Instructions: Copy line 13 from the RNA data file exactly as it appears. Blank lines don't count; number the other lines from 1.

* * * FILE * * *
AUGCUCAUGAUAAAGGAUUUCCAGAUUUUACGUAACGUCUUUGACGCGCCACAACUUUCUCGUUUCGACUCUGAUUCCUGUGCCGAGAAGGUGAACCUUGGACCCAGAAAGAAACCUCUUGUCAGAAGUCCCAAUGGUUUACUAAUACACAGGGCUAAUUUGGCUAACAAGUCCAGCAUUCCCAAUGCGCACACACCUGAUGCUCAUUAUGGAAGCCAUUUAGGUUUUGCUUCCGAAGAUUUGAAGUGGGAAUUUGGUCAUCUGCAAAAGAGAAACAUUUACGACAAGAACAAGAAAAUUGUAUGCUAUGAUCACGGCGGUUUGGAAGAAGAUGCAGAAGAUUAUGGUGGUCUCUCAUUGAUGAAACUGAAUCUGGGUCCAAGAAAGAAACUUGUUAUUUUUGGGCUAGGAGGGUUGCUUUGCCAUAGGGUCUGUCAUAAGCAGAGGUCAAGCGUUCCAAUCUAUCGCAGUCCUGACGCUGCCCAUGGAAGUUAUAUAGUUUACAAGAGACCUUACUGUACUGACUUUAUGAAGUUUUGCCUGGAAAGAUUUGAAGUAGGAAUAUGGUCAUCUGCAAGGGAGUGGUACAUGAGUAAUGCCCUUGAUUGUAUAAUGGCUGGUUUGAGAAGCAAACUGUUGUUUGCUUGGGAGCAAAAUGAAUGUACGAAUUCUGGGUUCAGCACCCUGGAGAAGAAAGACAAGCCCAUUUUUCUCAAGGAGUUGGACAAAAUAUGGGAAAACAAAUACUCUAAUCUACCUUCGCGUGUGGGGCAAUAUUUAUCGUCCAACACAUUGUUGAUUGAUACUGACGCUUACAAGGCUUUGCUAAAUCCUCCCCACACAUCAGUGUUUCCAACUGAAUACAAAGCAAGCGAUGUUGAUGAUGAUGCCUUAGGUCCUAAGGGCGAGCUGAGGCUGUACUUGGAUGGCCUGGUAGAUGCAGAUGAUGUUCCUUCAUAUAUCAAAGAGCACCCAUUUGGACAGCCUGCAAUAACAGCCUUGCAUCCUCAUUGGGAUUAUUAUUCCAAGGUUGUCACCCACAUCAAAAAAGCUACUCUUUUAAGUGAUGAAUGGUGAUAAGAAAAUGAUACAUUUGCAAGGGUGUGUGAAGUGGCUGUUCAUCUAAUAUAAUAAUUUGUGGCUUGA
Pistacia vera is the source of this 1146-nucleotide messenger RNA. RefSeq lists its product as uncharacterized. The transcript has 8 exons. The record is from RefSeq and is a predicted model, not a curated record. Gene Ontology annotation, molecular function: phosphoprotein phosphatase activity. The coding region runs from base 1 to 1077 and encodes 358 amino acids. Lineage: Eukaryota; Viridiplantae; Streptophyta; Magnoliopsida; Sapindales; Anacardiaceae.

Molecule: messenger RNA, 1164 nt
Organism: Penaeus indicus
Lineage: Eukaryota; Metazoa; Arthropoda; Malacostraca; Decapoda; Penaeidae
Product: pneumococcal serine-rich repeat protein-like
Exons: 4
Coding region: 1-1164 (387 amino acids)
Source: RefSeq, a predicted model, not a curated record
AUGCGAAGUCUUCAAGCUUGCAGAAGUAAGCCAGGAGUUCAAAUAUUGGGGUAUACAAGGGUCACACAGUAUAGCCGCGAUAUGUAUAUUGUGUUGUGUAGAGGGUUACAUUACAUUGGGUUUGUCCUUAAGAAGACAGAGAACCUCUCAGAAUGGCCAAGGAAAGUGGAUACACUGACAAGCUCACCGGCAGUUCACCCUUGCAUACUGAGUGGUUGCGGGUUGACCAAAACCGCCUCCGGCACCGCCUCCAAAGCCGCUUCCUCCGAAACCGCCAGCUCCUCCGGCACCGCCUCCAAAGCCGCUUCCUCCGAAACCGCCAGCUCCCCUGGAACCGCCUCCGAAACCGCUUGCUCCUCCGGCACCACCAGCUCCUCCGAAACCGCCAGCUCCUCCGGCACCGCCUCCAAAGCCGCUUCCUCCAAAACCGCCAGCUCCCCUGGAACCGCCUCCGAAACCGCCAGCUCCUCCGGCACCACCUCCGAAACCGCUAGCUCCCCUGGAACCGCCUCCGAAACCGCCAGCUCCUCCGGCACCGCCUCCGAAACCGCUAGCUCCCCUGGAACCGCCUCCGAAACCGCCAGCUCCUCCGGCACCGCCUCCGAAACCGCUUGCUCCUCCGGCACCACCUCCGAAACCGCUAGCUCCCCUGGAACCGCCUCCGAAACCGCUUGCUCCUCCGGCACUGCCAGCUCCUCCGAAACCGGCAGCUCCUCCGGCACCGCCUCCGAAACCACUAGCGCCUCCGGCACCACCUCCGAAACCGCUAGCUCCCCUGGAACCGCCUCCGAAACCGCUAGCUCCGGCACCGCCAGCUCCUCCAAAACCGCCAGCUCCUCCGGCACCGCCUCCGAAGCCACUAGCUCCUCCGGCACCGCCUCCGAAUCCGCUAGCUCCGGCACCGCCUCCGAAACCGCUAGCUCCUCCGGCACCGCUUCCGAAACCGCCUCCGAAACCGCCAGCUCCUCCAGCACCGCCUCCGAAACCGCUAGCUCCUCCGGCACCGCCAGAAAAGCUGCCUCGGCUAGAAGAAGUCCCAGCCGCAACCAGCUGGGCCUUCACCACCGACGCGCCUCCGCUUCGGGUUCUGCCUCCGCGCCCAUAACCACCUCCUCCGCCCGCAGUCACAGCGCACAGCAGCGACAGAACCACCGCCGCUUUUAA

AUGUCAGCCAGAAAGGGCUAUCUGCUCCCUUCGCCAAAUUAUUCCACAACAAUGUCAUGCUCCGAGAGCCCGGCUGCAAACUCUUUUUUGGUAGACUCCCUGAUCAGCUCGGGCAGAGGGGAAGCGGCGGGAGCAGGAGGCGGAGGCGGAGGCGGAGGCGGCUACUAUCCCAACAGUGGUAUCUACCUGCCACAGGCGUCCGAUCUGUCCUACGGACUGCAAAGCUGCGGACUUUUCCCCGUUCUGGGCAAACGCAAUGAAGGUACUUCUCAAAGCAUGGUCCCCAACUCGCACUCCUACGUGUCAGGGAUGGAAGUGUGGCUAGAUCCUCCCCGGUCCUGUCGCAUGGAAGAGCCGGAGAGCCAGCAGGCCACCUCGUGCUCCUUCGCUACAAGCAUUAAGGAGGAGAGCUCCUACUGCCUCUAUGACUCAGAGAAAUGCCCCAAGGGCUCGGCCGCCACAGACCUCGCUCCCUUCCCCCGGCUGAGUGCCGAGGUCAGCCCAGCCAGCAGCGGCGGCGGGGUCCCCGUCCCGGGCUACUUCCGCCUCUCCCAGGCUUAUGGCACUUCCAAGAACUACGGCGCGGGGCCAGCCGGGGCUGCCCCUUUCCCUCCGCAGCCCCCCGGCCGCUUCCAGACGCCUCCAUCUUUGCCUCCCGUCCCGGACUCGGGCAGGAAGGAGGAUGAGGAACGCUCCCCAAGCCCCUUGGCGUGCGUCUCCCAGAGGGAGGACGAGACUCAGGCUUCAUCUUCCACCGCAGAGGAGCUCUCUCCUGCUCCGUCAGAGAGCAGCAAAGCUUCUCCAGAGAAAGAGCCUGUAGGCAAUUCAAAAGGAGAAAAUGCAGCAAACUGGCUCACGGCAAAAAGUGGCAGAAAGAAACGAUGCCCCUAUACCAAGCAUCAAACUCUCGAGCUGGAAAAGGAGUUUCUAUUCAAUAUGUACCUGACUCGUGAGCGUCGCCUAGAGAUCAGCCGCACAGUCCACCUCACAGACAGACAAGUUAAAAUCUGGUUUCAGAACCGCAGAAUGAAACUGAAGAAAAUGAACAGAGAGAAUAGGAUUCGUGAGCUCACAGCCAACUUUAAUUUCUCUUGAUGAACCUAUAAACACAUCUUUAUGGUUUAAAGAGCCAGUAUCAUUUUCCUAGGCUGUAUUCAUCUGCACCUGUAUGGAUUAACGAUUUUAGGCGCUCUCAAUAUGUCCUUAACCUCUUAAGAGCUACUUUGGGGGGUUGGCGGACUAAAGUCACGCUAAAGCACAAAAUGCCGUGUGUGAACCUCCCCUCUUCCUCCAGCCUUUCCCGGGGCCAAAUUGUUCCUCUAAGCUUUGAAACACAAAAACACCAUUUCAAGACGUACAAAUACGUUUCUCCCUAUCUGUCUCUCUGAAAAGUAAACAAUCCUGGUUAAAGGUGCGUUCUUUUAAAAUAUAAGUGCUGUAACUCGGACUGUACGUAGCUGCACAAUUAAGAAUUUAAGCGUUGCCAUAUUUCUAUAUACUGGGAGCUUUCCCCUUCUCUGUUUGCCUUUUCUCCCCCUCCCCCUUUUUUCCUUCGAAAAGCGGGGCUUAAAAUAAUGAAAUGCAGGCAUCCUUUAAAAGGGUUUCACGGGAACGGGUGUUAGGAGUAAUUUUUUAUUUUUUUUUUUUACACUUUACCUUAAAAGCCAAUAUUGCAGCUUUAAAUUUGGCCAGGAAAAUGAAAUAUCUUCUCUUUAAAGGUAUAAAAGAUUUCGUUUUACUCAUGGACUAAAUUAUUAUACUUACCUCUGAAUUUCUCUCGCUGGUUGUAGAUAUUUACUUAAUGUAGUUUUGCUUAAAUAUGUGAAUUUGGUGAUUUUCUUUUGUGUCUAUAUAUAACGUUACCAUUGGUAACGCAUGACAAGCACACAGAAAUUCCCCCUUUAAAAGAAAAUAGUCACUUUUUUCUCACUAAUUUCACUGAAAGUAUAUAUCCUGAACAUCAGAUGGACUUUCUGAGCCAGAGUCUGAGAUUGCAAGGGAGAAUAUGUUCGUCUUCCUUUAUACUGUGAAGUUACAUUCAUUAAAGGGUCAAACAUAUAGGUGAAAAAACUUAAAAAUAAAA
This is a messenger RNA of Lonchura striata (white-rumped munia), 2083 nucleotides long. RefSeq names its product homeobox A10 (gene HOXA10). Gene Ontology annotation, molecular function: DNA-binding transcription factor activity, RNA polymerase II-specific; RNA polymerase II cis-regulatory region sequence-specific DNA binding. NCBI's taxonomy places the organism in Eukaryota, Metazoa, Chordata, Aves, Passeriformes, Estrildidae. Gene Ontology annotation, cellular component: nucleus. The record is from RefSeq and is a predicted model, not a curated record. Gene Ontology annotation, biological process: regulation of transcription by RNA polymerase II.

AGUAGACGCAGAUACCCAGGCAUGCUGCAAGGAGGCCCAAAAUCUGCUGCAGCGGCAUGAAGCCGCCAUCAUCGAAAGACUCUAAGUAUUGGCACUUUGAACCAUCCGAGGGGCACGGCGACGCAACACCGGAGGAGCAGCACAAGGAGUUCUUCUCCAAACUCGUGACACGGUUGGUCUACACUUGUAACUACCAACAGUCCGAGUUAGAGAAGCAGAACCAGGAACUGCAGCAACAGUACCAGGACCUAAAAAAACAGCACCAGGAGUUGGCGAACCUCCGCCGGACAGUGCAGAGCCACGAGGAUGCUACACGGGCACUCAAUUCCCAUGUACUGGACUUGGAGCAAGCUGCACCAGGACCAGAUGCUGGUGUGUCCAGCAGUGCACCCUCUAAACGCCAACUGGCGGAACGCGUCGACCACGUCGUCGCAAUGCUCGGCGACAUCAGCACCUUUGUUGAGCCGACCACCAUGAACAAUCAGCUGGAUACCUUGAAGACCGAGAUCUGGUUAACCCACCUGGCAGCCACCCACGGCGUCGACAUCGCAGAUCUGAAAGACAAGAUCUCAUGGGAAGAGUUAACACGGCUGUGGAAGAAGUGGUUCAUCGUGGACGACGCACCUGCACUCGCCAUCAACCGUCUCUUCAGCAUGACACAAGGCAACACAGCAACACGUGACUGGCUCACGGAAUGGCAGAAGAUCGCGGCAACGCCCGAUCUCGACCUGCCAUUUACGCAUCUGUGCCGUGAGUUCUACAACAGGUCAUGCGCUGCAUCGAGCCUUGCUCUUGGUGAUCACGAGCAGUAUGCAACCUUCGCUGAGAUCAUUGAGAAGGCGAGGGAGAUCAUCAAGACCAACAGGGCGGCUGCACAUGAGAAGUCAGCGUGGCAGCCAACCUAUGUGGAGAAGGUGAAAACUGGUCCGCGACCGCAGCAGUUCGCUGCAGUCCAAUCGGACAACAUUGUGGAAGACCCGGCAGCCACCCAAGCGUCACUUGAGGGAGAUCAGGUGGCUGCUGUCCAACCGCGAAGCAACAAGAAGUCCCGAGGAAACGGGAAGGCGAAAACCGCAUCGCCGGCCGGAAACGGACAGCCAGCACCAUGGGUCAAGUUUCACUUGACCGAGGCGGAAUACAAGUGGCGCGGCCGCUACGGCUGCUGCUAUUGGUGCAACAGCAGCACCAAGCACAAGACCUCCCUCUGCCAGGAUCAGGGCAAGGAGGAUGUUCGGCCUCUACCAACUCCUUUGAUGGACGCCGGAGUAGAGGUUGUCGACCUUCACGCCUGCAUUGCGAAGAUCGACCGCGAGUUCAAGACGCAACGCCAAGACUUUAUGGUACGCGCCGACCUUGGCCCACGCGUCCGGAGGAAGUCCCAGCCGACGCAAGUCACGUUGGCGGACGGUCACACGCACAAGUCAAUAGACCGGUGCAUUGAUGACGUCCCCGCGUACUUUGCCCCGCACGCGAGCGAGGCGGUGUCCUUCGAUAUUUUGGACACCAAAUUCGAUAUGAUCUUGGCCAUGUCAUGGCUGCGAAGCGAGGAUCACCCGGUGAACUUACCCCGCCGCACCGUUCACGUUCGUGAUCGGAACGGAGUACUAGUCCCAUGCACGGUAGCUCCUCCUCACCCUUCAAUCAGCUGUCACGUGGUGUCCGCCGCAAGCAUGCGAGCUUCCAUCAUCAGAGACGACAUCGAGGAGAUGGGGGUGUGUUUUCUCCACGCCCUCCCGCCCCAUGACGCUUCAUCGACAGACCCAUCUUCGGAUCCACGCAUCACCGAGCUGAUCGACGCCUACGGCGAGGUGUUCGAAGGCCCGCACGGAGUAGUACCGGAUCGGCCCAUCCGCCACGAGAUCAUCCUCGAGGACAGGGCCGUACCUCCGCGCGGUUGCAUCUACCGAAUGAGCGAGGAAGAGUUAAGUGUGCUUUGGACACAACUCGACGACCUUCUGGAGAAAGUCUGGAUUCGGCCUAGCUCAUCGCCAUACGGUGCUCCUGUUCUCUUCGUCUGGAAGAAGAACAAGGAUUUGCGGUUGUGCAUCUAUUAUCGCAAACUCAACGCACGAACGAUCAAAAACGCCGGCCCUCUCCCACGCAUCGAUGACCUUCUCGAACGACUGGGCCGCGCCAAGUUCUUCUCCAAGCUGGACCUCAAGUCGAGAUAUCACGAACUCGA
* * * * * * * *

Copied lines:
AGUAGACGCAGAUACCCAGGCAUGCUGCAAGGAGGCCCAAAAUCUGCUGCAGCGGCAUGAAGCCGCCAUCAUCGAAAGACUCUAAGUAUUGGCACUUUGAACCAUCCGAGGGGCACGGCGACGCAACACCGGAGGAGCAGCACAAGGAGUUCUUCUCCAAACUCGUGACACGGUUGGUCUACACUUGUAACUACCAACAGUCCGAGUUAGAGAAGCAGAACCAGGAACUGCAGCAACAGUACCAGGACCUAAAAAAACAGCACCAGGAGUUGGCGAACCUCCGCCGGACAGUGCAGAGCCACGAGGAUGCUACACGGGCACUCAAUUCCCAUGUACUGGACUUGGAGCAAGCUGCACCAGGACCAGAUGCUGGUGUGUCCAGCAGUGCACCCUCUAAACGCCAACUGGCGGAACGCGUCGACCACGUCGUCGCAAUGCUCGGCGACAUCAGCACCUUUGUUGAGCCGACCACCAUGAACAAUCAGCUGGAUACCUUGAAGACCGAGAUCUGGUUAACCCACCUGGCAGCCACCCACGGCGUCGACAUCGCAGAUCUGAAAGACAAGAUCUCAUGGGAAGAGUUAACACGGCUGUGGAAGAAGUGGUUCAUCGUGGACGACGCACCUGCACUCGCCAUCAACCGUCUCUUCAGCAUGACACAAGGCAACACAGCAACACGUGACUGGCUCACGGAAUGGCAGAAGAUCGCGGCAACGCCCGAUCUCGACCUGCCAUUUACGCAUCUGUGCCGUGAGUUCUACAACAGGUCAUGCGCUGCAUCGAGCCUUGCUCUUGGUGAUCACGAGCAGUAUGCAACCUUCGCUGAGAUCAUUGAGAAGGCGAGGGAGAUCAUCAAGACCAACAGGGCGGCUGCACAUGAGAAGUCAGCGUGGCAGCCAACCUAUGUGGAGAAGGUGAAAACUGGUCCGCGACCGCAGCAGUUCGCUGCAGUCCAAUCGGACAACAUUGUGGAAGACCCGGCAGCCACCCAAGCGUCACUUGAGGGAGAUCAGGUGGCUGCUGUCCAACCGCGAAGCAACAAGAAGUCCCGAGGAAACGGGAAGGCGAAAACCGCAUCGCCGGCCGGAAACGGACAGCCAGCACCAUGGGUCAAGUUUCACUUGACCGAGGCGGAAUACAAGUGGCGCGGCCGCUACGGCUGCUGCUAUUGGUGCAACAGCAGCACCAAGCACAAGACCUCCCUCUGCCAGGAUCAGGGCAAGGAGGAUGUUCGGCCUCUACCAACUCCUUUGAUGGACGCCGGAGUAGAGGUUGUCGACCUUCACGCCUGCAUUGCGAAGAUCGACCGCGAGUUCAAGACGCAACGCCAAGACUUUAUGGUACGCGCCGACCUUGGCCCACGCGUCCGGAGGAAGUCCCAGCCGACGCAAGUCACGUUGGCGGACGGUCACACGCACAAGUCAAUAGACCGGUGCAUUGAUGACGUCCCCGCGUACUUUGCCCCGCACGCGAGCGAGGCGGUGUCCUUCGAUAUUUUGGACACCAAAUUCGAUAUGAUCUUGGCCAUGUCAUGGCUGCGAAGCGAGGAUCACCCGGUGAACUUACCCCGCCGCACCGUUCACGUUCGUGAUCGGAACGGAGUACUAGUCCCAUGCACGGUAGCUCCUCCUCACCCUUCAAUCAGCUGUCACGUGGUGUCCGCCGCAAGCAUGCGAGCUUCCAUCAUCAGAGACGACAUCGAGGAGAUGGGGGUGUGUUUUCUCCACGCCCUCCCGCCCCAUGACGCUUCAUCGACAGACCCAUCUUCGGAUCCACGCAUCACCGAGCUGAUCGACGCCUACGGCGAGGUGUUCGAAGGCCCGCACGGAGUAGUACCGGAUCGGCCCAUCCGCCACGAGAUCAUCCUCGAGGACAGGGCCGUACCUCCGCGCGGUUGCAUCUACCGAAUGAGCGAGGAAGAGUUAAGUGUGCUUUGGACACAACUCGACGACCUUCUGGAGAAAGUCUGGAUUCGGCCUAGCUCAUCGCCAUACGGUGCUCCUGUUCUCUUCGUCUGGAAGAAGAACAAGGAUUUGCGGUUGUGCAUCUAUUAUCGCAAACUCAACGCACGAACGAUCAAAAACGCCGGCCCUCUCCCACGCAUCGAUGACCUUCUCGAACGACUGGGCCGCGCCAAGUUCUUCUCCAAGCUGGACCUCAAGUCGAGAUAUCACGAACUCGA